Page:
Minnesota has long been at the top of most lists that matter: education, health, literacy, hockey. You name it and Minnesota is looking down on most every other state.
It’s a lofty spot and so unlike a state like ours to be No. 1. It’s too showy a spot for Minnesotans. Coming in second is comfortably exceptional.
When you’re No. 2, you’re still not Louisiana, or Mississippi, or New Mexico, or West Virginia or any of those other places that some people think Minnesota should be more like to be successful.
No, thank you, US News and World Report. Being No. 2 is just fine, even if Iowa is No. 1 in its latest rankings of best and worst states.
Minnesota succeeded largely on the usual factors: quality of life (second) opportunity (third), infrastructure (sixth) and health care (seventh), which more than made up for middle-of-the-road scores in economy (20th) and fiscal stability (24th). Surprisingly, Minnesota lost out to Iowa on two relative strengths: education and health care.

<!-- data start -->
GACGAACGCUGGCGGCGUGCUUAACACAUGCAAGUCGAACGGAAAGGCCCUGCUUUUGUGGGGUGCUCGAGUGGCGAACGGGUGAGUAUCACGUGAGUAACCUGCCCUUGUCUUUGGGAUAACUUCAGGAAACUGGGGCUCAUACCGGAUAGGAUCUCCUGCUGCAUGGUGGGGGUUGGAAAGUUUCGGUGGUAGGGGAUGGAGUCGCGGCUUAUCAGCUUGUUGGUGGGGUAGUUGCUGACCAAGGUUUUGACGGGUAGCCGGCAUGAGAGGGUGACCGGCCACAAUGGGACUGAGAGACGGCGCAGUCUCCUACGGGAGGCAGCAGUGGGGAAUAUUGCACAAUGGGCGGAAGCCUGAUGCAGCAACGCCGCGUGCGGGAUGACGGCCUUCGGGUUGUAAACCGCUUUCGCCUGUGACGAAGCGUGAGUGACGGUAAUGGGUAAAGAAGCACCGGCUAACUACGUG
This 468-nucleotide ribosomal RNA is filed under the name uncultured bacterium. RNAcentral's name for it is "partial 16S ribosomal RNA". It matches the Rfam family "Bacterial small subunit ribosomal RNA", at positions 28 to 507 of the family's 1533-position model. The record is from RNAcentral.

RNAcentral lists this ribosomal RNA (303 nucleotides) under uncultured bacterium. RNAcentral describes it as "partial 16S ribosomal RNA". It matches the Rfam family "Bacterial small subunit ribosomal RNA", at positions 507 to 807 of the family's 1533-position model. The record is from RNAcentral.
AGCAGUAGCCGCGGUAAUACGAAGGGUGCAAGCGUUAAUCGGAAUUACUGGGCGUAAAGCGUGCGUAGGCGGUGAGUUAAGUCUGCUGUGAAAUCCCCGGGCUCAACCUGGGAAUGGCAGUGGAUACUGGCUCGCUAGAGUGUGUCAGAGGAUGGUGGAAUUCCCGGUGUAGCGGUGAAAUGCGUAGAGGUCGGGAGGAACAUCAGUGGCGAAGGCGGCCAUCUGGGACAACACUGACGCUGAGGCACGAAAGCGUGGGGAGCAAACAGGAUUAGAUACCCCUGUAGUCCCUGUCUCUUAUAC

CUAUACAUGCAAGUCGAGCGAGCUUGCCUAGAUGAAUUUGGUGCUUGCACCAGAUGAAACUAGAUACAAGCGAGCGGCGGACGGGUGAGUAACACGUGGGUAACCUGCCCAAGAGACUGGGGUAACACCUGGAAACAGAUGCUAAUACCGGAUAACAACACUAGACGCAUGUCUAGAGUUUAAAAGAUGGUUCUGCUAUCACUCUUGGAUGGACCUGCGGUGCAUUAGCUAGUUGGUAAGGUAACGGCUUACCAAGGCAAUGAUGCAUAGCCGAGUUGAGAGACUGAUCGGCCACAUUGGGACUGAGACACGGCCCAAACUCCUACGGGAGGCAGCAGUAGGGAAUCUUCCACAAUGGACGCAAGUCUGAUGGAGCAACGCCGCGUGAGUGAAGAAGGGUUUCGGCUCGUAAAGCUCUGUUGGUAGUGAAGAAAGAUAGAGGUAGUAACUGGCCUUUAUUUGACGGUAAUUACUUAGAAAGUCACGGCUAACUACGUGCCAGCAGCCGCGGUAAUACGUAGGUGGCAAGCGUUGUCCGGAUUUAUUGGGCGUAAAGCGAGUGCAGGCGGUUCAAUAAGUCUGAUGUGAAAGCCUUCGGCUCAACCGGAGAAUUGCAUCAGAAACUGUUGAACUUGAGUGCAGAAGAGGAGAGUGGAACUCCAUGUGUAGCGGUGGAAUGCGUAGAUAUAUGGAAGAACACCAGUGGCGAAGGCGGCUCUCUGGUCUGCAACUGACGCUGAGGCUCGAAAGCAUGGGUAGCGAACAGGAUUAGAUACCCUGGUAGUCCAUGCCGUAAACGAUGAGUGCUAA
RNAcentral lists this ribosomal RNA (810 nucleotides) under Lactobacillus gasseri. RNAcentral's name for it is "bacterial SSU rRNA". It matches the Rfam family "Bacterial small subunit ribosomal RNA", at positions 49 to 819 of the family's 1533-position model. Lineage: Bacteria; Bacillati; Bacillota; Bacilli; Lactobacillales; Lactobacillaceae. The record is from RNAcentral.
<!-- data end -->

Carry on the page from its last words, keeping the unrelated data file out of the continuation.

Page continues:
What dinged Minnesota in the latter category was its No. 45 ranking in child visits to the dentist. No. 45! That’s Mississippi territory.
It also fared poorly in preventable hospital visits by Medicare/Medicaid beneficiaries.
There are other troubling signs for Minnesota, and none of them are new.
The state ranks 43rd in the amount of debt students have by the time they get out of college and 43rd in the growth of the 25-to-29-year-old population.
It’s employment gap by race — 47th — is shameful by any yardstick, especially since the state nearly leads the nation in household income, low food insecurity, and low poverty. And even housing affordability is 15th in the nation.
The state ranks 11th overall in the crime and correction category, but Minnesota is the next-to-worst state in the nation when it comes to the rate at which it locks up people of color, which shouldn’t come as any news since a study by the business news publication 24/7 Wall Street last fall identified Minnesota as a basket case. So have dozens of other studies.
And that’s the problem with rankings of states on overall factors. It allows us to be comfortable in our lofty second-place ranking while pretending that there isn’t a Minnesota that isn’t a good place to live.